National Catholic Reporter

The Independent News Source

Vatican City

Pope Francis meets sick children and children of Italian inmates

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Sometimes, Pope Francis said, the most important thing parents of a seriously ill child can do is to keep asking God, "Why?"

A child of 2 or 3 years will torment his or her parents with a continual series of "whys," the pope said. The little ones are not looking for answers as much as they are seeking the attention of Mom or Dad.

"We can ask the Lord, 'Why, Lord? Why do children suffer? Why this child?' The Lord will not respond with words, but we will feel his gaze upon us and this will give us strength," Pope Francis told the parents of 20 seriously ill children.

Vatican downplays commission member's remarks about Cardinal Pell

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The Vatican's main spokesman has downplayed comments made about Australian Cardinal George Pell by a member of Pope Francis' commission on clergy sexual abuse, saying the member was speaking in his own name and not in the authority of the commission.

Commission member Peter Saunders, an English survivor of clergy sexual abuse, said in an Australian television interview Sunday that Pell had had an "almost sociopathic" disregard for abuse victims.

Vatican newspaper to host conference on women's roles in society

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The Vatican's semiofficial newspaper, L'Osservatore Romano, is hosting a three-day conference on the role of women in the church and the world this weekend.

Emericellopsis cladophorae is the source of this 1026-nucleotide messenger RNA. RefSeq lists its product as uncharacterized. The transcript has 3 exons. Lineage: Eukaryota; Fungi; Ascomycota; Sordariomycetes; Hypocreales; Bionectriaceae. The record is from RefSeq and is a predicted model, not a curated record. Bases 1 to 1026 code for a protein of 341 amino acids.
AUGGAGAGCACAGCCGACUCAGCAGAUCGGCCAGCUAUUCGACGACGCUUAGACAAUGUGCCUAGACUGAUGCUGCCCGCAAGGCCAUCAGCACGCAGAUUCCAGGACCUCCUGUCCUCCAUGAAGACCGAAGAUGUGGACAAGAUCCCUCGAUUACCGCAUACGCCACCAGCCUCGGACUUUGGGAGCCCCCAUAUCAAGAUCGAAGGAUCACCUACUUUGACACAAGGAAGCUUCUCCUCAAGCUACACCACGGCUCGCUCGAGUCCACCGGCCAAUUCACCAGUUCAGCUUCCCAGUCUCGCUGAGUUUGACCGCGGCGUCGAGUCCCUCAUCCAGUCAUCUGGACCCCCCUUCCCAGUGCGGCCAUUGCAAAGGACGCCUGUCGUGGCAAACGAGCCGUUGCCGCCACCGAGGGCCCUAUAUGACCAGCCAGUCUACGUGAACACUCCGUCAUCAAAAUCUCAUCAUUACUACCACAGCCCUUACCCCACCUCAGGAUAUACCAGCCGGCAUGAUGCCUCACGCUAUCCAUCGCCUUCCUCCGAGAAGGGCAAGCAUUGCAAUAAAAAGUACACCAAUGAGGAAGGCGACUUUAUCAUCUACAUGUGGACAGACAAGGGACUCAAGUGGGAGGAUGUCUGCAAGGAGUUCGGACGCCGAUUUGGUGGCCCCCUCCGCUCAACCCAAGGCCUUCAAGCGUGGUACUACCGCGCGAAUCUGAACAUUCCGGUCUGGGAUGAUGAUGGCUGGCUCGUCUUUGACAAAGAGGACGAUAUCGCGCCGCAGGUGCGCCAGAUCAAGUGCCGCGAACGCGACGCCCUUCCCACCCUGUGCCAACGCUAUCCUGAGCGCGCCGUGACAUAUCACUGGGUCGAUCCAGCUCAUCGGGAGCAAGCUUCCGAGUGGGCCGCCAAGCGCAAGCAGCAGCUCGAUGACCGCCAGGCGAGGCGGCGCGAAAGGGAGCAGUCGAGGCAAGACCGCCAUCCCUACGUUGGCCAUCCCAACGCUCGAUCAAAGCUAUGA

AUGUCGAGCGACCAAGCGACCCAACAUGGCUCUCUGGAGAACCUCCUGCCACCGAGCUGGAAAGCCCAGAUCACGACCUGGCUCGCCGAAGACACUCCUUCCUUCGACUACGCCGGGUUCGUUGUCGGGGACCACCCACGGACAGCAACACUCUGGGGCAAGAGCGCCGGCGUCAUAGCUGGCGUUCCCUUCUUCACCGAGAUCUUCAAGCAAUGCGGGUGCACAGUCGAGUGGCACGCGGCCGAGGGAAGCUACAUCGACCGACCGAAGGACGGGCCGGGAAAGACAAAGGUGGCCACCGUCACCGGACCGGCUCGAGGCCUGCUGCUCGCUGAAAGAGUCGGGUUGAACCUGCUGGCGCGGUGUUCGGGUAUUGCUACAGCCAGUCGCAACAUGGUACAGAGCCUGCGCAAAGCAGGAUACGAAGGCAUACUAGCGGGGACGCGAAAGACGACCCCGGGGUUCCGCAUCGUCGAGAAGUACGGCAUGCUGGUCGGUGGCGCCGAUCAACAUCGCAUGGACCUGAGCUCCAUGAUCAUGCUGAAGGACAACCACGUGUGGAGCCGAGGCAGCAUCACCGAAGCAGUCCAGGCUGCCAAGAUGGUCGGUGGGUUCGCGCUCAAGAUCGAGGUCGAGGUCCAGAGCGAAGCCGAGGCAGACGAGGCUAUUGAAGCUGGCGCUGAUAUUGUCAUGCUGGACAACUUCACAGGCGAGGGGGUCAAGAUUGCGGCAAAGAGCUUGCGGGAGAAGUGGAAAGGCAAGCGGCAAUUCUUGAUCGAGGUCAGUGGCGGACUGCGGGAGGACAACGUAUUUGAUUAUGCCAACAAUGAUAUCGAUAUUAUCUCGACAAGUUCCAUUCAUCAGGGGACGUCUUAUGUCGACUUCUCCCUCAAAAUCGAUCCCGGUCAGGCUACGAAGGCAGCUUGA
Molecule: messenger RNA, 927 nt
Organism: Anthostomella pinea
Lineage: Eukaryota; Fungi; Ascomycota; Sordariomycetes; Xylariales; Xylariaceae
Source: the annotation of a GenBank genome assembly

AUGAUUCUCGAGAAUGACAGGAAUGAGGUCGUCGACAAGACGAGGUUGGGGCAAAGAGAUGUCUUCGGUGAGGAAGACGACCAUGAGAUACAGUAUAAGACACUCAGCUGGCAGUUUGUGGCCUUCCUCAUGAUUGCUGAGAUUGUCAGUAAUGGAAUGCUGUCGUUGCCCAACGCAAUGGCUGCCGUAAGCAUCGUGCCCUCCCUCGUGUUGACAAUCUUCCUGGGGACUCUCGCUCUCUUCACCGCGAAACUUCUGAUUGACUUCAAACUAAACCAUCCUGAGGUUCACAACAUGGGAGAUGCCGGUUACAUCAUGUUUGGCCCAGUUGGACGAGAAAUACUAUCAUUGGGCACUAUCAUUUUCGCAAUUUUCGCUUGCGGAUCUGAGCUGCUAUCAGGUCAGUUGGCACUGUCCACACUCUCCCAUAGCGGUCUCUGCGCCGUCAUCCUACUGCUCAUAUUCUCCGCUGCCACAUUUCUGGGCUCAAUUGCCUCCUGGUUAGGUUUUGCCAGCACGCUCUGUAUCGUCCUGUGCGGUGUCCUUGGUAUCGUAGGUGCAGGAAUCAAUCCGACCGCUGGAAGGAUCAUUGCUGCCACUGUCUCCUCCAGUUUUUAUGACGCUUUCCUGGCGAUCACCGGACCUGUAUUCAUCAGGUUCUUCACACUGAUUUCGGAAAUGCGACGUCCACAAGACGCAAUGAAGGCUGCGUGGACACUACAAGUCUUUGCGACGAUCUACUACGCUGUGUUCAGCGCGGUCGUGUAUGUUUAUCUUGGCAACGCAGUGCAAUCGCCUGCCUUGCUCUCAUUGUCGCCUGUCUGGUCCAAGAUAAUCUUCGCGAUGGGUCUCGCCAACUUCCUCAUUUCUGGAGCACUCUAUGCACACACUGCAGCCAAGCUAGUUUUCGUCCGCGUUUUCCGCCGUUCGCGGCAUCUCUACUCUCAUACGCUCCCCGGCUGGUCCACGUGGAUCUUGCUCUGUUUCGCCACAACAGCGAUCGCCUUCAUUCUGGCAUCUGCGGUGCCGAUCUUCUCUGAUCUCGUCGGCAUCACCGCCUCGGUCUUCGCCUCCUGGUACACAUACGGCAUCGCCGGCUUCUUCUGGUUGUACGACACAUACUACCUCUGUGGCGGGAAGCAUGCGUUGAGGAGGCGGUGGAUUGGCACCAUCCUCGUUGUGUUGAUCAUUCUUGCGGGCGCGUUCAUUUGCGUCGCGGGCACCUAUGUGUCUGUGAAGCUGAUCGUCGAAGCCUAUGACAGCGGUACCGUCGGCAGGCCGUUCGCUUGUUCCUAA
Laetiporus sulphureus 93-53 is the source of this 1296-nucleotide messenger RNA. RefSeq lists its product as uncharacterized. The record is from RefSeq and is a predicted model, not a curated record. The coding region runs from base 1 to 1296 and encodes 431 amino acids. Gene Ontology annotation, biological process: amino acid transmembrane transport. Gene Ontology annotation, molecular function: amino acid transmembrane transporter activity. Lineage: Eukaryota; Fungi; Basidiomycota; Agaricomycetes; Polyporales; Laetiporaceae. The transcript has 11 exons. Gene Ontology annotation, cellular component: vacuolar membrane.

Being held Friday-Sunday on the topic "The Church and the status of women today," the event will see 15 addresses by a number of prominent women from around the world. The three sessions of the conference will focus on three separate issues: violence perpetrated against women, family issues, and so-called "feminine identity."

Francis calls for reorientation of catechesis away from 'simply scholastic sphere'

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Pope Francis has called for a reorientation of the Catholic church's way of educating people in the faith, saying the process of catechesis should steer away from using "simply the scholastic sphere" in order to teach people to encounter and follow Christ.

The pontiff has also offered a new definition for a term that has long befuddled many church observers, redefining the "new evangelization" as an effort by Catholics to evince their faith by working to help those on society's peripheries.

Selfish, 'armchair' Christians distance people from Christ, pope says

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Christians must ask themselves whether they help people in need of salvation or whether they just keep Jesus for themselves and are deaf or indifferent to others, Pope Francis said at his morning Mass.

"It would be good for us to have an examination of conscience" and see if we are Christians who bring people to Christ or push them away, the pope said Thursday during the Mass in the chapel of the Domus Sanctae Marthae.

Catholic teaching can help correct distorted economies, cardinal says

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The economy, on a local and global level, and financial policies are called to serve the human person and promote the common good, said Cardinal Pietro Parolin, Vatican secretary of state.

"We live in a time in which, unfortunately, the prevalent economic model reveals numerous shortcomings, dysfunctions and deviations which weigh heavily on the state of the planet's health," he said Tuesday.

Pope Francis urges engaged couples to take time, be open to God's surprises

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Couples who are seeking to marry, even those who have lived together, should value their engagement period as a time to grow in mature love and in profound knowledge of each other, said Pope Francis.

The pope urged couples not to rush into marriage. Maturation in love before marriage is a slow process, in which none of the steps should be skipped, Pope Francis told people at his weekly general audience in St. Peter's Square.

"The covenant of love between a man and a woman, a covenant for life, cannot be improvised; it cannot be done from one day to the next," he said.

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In This Issue

August 28-September 10, 2015

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